Casey Eye Institute Educates Oregonians About Eye Stroke
05/17/00 Portland, Ore.
Just like a stroke in the brain, it attacks without warning. Retinal artery occlusion and ischemic optic neuropathy, both also called stroke in the eye, usually affect people age 50 and older. However, the disease also can strike at an earlier age. During Stroke Awareness Month this May, physicians at the Casey Eye Institute at Oregon Health Sciences University are educating Oregonians about the signs of stroke in the eye while stressing the importance of prompt treatment without delay.
The disease is caused by a blood flow problem to the back of the eye. There are two basic types: retinal artery occlusion, caused by blood flow irregularities around the optic nerve, and ischemic optic neuropathy, which surfaces when blockage in the main artery to the retina occurs.
As a result of these optic circulatory problems, the following can occur:
A sudden, painless onset of vision loss in one or both eyes. A few patients may experience pain.
Sight loss can vary from foggy vision, to disruption of vision in portions of the eye, to complete blindness.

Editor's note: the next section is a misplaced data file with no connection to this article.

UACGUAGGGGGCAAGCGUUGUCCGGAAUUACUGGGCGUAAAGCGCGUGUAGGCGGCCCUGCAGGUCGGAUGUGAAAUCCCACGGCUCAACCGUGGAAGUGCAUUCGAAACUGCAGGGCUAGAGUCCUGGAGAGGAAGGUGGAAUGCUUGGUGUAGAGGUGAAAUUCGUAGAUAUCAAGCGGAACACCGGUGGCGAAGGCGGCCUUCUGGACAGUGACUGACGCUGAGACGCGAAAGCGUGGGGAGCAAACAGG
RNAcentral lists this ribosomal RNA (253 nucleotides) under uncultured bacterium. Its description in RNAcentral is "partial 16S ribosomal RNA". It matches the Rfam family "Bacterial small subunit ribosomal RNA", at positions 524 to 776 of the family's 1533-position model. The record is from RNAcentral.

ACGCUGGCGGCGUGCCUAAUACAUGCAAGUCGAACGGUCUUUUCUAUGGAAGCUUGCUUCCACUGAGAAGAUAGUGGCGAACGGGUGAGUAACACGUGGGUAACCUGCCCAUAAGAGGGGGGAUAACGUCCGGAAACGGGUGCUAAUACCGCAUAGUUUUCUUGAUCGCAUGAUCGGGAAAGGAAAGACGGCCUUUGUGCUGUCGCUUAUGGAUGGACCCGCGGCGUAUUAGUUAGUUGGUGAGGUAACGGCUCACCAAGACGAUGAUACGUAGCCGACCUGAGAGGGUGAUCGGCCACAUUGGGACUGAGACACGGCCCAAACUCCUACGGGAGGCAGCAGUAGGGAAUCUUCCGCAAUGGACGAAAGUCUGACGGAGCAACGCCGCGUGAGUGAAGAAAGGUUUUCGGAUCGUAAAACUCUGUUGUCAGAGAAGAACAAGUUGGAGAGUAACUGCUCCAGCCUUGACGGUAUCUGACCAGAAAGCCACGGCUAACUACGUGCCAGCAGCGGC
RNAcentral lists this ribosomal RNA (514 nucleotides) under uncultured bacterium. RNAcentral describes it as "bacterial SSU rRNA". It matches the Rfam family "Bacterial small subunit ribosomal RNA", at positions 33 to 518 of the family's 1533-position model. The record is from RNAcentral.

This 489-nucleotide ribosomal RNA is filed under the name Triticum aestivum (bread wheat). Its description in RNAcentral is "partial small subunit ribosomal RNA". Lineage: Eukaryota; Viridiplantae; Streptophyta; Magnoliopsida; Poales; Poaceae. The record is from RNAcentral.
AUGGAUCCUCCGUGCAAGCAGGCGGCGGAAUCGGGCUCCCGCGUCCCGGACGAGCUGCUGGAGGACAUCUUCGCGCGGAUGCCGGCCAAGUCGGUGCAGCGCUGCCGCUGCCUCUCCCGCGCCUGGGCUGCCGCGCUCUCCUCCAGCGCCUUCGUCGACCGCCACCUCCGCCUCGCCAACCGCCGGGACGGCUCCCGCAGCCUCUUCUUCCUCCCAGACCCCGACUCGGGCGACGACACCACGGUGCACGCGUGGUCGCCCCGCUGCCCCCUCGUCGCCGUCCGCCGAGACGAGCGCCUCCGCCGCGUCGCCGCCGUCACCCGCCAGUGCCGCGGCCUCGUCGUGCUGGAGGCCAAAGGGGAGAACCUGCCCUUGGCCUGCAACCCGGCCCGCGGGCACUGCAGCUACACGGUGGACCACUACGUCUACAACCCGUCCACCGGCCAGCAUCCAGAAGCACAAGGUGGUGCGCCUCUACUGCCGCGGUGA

Eye strokes may occur during sleep or while awake.
Patients who wear glasses sometimes assert that they fail to recognize the problem, confusing the vision loss with a smudge on their glasses.
Early detection and quick treatment of eye stroke can sometimes result in at least partial recovery of lost eyesight. In most cases, patients seeking early treatment must do so within 16 to 24 hours of the onset of an eye stroke. Casey Eye Institute is one of a handful of vision centers across the country offering surgery to possibly halt or reverse the impact of an eye stroke. In addition, researchers at Casey are involved in clinical trials to test the latest therapies.
According to OHSU neuro-ophthalmologist Robert Egan, M.D., the key to treating this disease is education. "The majority of Americans are familiar with the effects of a stroke in the brain," said Egan. "However, many of our patients at the moment they suffer the vision loss don't realize that they're suffering from retinal artery occlusion or ischemic optic neuropathy. They don't realize that the problem is serious. The most vital point in treating patients with stroke in the eye or the brain is to educate people to seek medical attention as soon as their problem starts. With prompt action, we're able to recover some vision in 50 percent to 60 percent of patients who lost eyesight due to retinal artery occlusion."